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What do Boston’s college students worry about today? And what gives them hope?

We spoke to dozens of students from across Greater Boston, to learn about the anxiety of affording life after school, competing with AI, making a difference with climate change, and more.

Images from Adobe Stock/Globe staff photo illustration

As college students prepare to graduate into an uncertain future, we wanted to know: What are they worrying about? And what makes them optimistic? Working in collaboration with an Emerson College writing and publishing course led by associate professor Susanne Althoff, a former editor of the Globe Magazine, we came up with a case file of short essays and as-told-to insights from students in their own words. Read on to learn what we found.

1. Can We Afford Life After College?

By Lukas Harnisch

Images from Adobe Stock/illustrations by Greg Klee/Globe staff

The average monthly student loan bill: $393. The average spent on food in a month: $691. The median rent for a one-bedroom in Boston: $2,720. Massachusetts college students, especially those hoping to work in Boston, are wondering how they’ll afford all those expenses and more.


Wherever they live, Americans between 18 and 24 are increasingly pessimistic about their economic prospects, according to a 2022 McKinsey & Company survey. Of the survey respondents, 59 percent don’t expect to ever own a home, and 23 percent believe they’ll never be able to afford retirement.

Student loans are part of the reason: The average public university student borrows $31,410 to complete a bachelor’s degree, according to the Education Data Initiative. Grace Mastroianni, a cultural anthropology major at Bridgewater State University, will graduate in the fall with her own mountain of debt. So as she planned to earn a master’s in social work, she looked for a program that would allow her to work during the week, abandoned plans to study abroad, and decided to live at home in New Bedford. “It does freak me out a little bit,” Mastroianni says about her debt. (She’s less worried about living with her family. “The only issue is my cat tries to kill the dog,” she says with a laugh.)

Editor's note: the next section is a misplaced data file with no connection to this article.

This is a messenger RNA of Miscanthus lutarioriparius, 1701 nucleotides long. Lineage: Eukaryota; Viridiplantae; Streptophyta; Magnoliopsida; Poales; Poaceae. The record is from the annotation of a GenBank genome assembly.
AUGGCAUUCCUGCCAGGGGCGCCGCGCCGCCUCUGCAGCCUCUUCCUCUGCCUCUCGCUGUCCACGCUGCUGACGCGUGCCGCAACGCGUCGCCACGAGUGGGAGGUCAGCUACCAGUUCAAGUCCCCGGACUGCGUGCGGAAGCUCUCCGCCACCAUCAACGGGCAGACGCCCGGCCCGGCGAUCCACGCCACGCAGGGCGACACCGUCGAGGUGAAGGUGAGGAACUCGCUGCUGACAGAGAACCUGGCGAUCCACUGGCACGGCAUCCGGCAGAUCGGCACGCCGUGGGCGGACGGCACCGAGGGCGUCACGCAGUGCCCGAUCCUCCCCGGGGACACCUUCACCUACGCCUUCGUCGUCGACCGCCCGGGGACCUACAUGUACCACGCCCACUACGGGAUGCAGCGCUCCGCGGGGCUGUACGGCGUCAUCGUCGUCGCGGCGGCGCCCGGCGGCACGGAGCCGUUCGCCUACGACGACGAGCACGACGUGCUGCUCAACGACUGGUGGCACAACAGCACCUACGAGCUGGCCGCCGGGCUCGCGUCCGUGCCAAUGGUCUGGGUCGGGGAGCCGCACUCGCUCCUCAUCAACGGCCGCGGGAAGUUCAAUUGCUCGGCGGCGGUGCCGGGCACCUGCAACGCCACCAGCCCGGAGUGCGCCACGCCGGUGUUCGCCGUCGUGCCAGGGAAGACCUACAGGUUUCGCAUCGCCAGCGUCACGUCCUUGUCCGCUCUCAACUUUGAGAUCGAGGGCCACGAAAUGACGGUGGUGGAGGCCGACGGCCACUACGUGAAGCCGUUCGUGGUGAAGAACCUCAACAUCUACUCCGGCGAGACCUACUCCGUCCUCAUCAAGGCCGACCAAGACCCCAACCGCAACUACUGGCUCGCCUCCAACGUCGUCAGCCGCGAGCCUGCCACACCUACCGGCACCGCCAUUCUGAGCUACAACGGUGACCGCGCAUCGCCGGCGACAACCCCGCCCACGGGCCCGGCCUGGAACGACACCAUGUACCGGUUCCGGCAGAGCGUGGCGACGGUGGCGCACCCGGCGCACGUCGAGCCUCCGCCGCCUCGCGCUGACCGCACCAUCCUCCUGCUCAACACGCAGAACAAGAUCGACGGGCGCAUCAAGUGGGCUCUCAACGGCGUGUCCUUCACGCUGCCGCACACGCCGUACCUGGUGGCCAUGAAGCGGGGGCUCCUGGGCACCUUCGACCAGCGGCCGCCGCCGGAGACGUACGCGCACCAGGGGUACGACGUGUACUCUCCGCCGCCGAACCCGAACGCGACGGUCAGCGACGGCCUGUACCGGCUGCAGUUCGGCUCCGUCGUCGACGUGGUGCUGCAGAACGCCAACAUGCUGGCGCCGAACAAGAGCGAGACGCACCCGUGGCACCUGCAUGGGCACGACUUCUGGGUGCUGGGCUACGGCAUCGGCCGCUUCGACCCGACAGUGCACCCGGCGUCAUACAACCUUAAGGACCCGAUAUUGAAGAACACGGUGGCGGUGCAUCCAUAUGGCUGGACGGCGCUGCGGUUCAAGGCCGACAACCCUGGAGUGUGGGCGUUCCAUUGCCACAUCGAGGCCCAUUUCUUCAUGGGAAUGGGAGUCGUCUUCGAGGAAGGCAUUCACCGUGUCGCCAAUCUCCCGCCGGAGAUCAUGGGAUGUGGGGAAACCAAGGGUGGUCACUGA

Robin Kahn is program director at Babson College’s Financial Literacy Project, which teaches students how to budget and manage their debts. “We’re hearing that it’s really hard to have any sort of safety net,” Kahn says. Many of the students who take her workshops are worried about steeply increasing living costs such as rent, groceries, and gas.


Many students who don’t have loans feel exceptionally lucky, but even they worry about financial surprises. Maren Cork’s parents saved for years to pay her tuition, and she chose to study mechanical engineering at Worcester Polytechnic Institute not only because she likes science and is good at it, but because she hoped it would be easier to find work in a STEM field. The Seattle native is graduating in May debt-free, and she already has a job at a Waltham construction company waiting for her. But she’s still had to lean on her parents to get a start, including for help with the car she needs for work and the pile of money she’ll have to fork over to rent her own place in this area.

Housing costs are especially high in Massachusetts. A 2022 report from the nonprofit National Low Income Housing Coalition showed that to afford life in a $1,608 one-bedroom apartment in the state — a bargain relative to Boston prices — a minimum-wage earner would have to work 87 hours a week.

Cork says many of her friends are planning to move home for a while to save money. “I’m really privileged and get to utilize the ‘Bank of Dad,’ but a lot of my friends don’t have that opportunity,” she says. As a generation, “It feels a little like we’ve been cheated.”